First symptoms of the 23 late-infantile and 36 juvenile patients are shown in Table 1. “Gait disturbances” and “abnormal movement patterns” were the most frequent first symptoms in both forms of MLD. None of the late-infantile, but six juvenile patients (17%) had exclusively “non gross motor” symptoms as first signs of the disease. There were no differences in the frequency of gait disturbance, weakness and abnormal movement patterns (also pain and irritability) as first signs between the two forms. On the other hand, “impaired fine motor skills”, “concentration problems”, and “behavioural problems” as first symptoms occurred more often in juvenile MLD (p = 0.0011, p < 0.0001, and p = 0.0012, respectively). These three symptoms in combination occurred in 36% of the juvenile patients.
Table 1

First symptoms of the disease in late-infantile and juvenile MLD

First symptoms

Late-infantile (n = 23)

Juvenile (n = 36)

p

 

n

%

n

%

 

Gait disturbance

16

70%

25

69%

0.9922

Pain

6

26%

5

14%

0.2447

Abnormal movement patterns

14

61%

25

69%

0.5011

Impaired fine motor skills

4

17%

22

61%

0.0011

Restlessness/irritability

4

17%

10

28%

0.3645

Weakness

10

43%

13

36%

0.5748

Problems in concentration

0

0%

23

64%

0.0001

Behavioural problems

3

13%

20

56%

0.0012

Developmental regression in general

14

61%

19

53%

0.5449

Language acquisition

All juvenile patients learned to speak complete sentences. All late-infantile patients acquired single meaningful words. 4 late-infantile patients (17%) never acquired speaking in two-words-sentences and 11 late-infantile patients (48%) never learned to speak in complete sentences. For those who reached a certain ability, language acquisition was within the normal age range for healthy term born children [15].

Regression of language and cognitive abilities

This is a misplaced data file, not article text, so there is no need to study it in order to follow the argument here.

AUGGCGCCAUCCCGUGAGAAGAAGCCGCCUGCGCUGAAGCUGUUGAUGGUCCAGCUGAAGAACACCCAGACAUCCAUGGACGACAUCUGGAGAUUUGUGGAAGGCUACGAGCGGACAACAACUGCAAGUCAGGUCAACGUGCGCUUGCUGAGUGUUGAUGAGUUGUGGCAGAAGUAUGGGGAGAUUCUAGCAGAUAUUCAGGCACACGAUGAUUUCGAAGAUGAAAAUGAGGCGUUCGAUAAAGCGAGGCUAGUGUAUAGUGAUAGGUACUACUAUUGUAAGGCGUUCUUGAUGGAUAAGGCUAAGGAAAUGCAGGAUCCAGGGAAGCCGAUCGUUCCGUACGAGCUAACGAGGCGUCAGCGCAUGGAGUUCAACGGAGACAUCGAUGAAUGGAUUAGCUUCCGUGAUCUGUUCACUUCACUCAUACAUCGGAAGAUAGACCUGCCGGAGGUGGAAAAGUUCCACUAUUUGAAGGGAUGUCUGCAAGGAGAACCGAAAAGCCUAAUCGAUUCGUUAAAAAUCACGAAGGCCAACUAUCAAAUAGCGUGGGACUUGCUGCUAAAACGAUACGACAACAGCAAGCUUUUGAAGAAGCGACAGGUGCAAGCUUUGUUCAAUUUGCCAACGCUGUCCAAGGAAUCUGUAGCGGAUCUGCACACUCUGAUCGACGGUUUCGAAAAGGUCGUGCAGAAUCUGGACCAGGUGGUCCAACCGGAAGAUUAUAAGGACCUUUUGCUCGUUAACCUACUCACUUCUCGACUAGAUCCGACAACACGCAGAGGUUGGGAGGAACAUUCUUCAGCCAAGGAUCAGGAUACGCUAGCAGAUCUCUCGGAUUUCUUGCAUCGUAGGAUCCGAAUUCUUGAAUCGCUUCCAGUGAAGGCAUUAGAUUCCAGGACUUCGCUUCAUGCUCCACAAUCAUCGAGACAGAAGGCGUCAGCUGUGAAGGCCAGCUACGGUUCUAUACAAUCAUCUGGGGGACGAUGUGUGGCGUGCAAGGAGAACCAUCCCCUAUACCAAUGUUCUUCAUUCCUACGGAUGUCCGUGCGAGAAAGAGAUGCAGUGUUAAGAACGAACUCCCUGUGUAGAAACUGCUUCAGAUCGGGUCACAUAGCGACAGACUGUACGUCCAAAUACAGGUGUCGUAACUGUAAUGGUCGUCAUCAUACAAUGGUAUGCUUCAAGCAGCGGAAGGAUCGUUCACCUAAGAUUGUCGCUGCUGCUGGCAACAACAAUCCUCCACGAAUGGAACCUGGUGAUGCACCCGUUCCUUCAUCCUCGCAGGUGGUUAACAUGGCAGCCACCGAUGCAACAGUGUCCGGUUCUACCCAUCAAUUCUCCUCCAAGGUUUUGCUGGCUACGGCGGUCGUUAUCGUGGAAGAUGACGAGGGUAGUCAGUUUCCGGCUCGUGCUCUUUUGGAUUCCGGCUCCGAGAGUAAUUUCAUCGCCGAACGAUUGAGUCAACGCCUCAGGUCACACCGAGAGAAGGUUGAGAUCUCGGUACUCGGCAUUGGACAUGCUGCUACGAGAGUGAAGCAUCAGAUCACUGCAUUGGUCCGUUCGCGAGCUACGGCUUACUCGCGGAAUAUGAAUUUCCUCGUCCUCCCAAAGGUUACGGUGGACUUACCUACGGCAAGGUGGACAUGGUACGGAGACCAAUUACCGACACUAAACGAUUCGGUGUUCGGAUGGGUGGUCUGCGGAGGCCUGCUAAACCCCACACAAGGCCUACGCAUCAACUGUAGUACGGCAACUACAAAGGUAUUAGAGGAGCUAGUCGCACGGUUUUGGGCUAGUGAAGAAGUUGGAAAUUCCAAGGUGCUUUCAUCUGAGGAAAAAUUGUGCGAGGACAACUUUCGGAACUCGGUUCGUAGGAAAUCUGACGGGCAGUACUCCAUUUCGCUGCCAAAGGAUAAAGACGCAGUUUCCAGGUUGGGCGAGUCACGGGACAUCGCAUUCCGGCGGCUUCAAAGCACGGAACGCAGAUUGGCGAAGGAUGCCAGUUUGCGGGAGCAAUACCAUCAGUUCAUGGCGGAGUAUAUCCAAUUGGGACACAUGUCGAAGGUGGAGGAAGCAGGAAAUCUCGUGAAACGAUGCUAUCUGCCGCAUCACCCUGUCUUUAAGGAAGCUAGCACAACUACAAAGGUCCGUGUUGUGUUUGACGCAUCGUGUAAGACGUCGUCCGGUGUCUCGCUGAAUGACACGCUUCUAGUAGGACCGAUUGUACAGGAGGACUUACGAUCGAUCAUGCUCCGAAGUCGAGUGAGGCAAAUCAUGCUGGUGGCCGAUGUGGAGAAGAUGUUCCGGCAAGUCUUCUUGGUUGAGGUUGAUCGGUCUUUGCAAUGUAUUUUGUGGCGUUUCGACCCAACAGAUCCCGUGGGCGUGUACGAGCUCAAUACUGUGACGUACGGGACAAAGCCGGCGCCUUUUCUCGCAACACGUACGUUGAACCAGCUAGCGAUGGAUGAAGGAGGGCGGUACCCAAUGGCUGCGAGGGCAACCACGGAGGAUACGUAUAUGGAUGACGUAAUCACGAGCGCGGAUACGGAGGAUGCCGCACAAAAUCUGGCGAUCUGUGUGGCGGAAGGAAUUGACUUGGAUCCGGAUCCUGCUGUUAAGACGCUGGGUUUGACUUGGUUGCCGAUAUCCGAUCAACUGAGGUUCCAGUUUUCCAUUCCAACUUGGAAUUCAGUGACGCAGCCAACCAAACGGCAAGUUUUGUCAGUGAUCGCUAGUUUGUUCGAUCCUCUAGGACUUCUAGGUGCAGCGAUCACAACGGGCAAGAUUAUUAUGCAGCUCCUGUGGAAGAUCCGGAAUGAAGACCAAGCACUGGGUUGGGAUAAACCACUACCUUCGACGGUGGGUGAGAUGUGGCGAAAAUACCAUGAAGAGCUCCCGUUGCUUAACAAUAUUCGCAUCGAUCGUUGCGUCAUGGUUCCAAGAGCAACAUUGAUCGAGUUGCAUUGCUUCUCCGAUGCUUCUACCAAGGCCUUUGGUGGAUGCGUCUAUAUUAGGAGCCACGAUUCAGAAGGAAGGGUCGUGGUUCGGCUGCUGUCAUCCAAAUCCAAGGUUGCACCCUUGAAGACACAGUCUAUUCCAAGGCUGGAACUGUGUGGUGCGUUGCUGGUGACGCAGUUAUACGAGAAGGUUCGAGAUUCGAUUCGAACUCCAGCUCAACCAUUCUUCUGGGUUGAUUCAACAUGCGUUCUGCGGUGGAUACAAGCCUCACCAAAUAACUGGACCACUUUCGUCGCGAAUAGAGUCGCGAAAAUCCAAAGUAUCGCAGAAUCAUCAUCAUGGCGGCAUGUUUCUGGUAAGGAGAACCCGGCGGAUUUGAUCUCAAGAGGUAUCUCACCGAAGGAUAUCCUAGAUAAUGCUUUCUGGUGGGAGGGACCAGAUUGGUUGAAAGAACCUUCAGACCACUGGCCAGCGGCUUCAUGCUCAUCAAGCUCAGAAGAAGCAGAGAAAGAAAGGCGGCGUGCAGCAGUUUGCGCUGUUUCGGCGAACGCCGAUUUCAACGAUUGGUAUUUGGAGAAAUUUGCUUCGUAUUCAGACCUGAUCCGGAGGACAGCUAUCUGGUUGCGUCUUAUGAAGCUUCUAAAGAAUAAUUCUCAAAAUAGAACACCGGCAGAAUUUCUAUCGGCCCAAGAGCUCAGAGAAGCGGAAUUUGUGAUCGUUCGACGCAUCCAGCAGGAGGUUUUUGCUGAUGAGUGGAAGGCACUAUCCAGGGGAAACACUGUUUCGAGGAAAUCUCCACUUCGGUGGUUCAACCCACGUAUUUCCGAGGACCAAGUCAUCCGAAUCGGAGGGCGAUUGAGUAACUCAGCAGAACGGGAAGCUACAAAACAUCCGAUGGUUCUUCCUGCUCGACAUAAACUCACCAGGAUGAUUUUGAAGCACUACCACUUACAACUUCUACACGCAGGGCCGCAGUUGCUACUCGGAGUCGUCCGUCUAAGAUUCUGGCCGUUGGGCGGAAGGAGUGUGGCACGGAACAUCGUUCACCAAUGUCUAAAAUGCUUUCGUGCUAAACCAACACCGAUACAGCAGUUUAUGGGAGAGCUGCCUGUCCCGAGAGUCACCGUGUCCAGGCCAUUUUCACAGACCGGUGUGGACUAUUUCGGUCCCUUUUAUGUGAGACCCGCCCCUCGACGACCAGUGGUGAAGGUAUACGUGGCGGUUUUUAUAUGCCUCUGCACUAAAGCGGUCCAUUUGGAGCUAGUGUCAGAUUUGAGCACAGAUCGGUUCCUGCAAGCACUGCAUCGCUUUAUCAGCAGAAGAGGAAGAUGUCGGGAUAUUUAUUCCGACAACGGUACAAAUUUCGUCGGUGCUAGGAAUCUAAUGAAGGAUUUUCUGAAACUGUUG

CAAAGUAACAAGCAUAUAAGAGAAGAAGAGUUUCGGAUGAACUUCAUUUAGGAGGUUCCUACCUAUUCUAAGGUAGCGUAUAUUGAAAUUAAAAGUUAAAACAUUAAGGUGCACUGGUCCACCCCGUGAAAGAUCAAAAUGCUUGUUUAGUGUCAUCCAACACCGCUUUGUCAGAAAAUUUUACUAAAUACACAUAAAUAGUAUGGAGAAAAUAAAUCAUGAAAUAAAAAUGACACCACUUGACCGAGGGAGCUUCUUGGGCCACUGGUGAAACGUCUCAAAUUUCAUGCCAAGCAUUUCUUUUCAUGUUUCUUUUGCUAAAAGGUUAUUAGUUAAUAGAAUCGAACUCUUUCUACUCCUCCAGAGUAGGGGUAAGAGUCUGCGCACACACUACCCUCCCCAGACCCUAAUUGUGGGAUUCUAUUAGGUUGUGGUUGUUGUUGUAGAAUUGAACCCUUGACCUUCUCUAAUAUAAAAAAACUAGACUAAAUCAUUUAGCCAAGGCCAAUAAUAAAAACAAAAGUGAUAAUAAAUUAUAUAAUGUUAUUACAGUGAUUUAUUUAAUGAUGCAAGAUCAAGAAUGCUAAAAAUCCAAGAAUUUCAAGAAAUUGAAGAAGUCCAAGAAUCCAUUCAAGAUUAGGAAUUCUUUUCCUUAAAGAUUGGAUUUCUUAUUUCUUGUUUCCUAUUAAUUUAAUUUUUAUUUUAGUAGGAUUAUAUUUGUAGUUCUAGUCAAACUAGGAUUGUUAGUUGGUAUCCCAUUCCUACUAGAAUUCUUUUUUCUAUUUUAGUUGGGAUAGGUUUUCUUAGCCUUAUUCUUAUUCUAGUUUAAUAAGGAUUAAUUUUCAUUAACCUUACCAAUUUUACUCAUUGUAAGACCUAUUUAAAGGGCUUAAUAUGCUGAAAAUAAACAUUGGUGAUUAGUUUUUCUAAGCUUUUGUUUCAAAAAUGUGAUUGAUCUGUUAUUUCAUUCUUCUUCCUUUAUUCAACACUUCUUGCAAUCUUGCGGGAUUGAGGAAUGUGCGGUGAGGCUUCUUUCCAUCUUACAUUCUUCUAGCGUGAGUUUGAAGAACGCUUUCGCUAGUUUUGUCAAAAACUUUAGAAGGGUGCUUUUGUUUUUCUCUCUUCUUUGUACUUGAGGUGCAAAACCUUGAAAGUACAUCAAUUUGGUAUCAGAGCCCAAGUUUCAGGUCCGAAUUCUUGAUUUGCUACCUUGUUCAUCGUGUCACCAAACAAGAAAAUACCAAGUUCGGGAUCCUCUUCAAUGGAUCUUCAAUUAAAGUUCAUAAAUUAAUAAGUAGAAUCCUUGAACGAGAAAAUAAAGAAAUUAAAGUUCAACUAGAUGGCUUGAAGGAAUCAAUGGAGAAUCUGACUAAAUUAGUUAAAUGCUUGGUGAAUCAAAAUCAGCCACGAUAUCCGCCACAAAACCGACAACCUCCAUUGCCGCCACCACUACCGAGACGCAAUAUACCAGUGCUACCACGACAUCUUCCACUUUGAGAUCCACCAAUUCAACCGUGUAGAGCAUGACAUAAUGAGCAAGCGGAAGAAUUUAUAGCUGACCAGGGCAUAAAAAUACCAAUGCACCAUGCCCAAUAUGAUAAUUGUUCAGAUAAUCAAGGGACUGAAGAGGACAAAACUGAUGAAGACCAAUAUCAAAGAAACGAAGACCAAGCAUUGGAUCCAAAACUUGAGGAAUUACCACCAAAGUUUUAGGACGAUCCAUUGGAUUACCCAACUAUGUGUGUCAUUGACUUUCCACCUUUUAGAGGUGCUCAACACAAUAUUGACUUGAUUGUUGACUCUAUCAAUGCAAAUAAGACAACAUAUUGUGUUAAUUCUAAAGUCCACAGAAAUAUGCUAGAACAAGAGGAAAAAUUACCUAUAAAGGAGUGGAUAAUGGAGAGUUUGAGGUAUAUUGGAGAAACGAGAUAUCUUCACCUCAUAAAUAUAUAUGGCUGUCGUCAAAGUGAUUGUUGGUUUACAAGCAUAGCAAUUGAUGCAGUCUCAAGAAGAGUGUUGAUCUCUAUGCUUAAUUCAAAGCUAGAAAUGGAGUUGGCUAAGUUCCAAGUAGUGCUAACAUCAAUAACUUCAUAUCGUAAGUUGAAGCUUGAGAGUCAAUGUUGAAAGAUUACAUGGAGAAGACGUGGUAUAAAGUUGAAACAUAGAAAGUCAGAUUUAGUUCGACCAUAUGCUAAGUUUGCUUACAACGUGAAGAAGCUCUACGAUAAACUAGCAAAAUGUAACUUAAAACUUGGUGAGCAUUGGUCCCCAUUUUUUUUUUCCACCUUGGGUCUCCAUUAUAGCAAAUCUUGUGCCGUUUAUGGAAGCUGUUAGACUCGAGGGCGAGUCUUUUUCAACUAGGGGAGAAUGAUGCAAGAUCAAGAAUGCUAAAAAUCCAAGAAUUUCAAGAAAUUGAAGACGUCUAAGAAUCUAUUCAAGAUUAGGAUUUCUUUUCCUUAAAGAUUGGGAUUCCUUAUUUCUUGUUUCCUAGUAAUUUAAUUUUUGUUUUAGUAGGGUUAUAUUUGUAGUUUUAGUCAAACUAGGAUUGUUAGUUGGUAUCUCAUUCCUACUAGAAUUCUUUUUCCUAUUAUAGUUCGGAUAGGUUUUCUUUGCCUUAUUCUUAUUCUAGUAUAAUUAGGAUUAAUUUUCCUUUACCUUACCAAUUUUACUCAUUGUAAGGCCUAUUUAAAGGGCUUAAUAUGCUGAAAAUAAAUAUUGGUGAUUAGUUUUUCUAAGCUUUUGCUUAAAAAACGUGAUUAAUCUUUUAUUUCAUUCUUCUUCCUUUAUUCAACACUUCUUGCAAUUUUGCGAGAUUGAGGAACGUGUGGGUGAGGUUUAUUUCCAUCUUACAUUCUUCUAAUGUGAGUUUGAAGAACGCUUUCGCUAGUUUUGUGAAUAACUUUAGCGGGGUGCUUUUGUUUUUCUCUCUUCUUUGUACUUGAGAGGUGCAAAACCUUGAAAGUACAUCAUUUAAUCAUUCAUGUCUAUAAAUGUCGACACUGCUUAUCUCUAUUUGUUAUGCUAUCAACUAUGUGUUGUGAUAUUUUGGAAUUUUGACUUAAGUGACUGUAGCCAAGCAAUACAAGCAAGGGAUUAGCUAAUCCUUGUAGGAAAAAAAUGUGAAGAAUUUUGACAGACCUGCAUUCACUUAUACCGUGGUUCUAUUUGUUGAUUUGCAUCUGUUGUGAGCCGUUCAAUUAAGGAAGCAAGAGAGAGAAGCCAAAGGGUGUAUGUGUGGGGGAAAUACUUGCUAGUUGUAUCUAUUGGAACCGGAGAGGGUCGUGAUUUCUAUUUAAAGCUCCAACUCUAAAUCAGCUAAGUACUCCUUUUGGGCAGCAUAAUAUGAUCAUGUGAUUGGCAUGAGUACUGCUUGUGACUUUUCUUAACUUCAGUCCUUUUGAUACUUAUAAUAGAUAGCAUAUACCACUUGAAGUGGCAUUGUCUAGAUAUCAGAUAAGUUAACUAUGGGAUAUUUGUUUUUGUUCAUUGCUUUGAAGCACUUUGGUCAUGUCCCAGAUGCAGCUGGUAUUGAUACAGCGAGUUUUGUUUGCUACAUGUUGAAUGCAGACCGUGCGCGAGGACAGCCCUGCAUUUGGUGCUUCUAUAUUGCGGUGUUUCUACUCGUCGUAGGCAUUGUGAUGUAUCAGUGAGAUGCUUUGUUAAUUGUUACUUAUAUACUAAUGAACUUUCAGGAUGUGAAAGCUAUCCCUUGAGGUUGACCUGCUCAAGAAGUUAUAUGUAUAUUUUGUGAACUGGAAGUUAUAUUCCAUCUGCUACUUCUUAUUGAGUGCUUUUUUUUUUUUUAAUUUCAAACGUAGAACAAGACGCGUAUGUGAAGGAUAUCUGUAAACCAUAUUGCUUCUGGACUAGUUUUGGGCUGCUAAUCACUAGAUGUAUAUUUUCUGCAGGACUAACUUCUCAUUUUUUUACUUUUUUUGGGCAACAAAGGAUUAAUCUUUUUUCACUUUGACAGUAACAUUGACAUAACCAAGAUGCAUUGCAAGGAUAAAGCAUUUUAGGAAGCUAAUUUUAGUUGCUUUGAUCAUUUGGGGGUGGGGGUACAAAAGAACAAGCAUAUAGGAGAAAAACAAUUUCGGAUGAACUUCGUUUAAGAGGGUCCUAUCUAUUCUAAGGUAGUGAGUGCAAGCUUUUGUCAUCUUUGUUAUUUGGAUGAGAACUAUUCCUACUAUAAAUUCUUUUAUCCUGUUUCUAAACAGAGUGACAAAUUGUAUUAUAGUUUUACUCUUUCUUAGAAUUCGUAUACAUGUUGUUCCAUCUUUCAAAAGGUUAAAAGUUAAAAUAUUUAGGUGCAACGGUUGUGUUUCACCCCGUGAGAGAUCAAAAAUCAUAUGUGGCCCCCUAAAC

Age and time after onset (median and 25th/75th percentile) of parameters of cognitive and language decline are shown in Table 2 for both forms of MLD. Kaplan-Meier estimates show the age and the time after onset, when a certain ability is lost concerning language and cognition in the late-infantile compared to the juvenile form (Figure 1, 2, 3, 4 and 5). Decline of language and cognition started later and much more variable in the juvenile form not only when considering age but also with respect to disease onset. Language decline occurred in the late-infantile form at a median age of 30 months (range 17–42 months), and complete loss of language occurred at a median age of 32 months (range 22–47 months). This corresponds to a median time after onset of 12 months (language decline) and 17 months (complete loss of language). In the juvenile form, language decline and complete loss of language were observed at a median age of 8 and 13 years respectively, and at a median time after onset of 2 and 6 years respectively. Decline in cognition began in the juvenile form at a median age of 7 years with problems in concentration; decline in skills for reading, writing and calculating then occurred at a median age of 10.5 years, four years after onset. While the ability of any communication was lost at the age of just over four years in the late-infantile form, this was observed at the age of 16 years in the juvenile form (25th percentile, median not reached).
Table 2

Age and time after onset of language and cognitive decline in late-infantile and juvenile MLD

a) Age [Months]

Late-infantile

Juvenile

p

 

P25

Median

P75

P25

Median

P75

 

Loss of complete sentences

28

30

31

84

132

- - -

<0,0001

Loss of two-word-sentences

30

32

36

90

174

- - -

<0,0001

Loss of single meaningful words

31

32

36

98

- - -

- - -

<0,0001

First language decline

26

30

31

69

98

192

<0,0001

Complete loss of expressive language

28

32

36

87

153

- - -

<0,0001

Problems in concentration

31

- - -

- - -

62

84

113

0,0808

Behavioural problems

28

31

- - -

78

142

192

<0,0001

Decline in reading, writing and calculating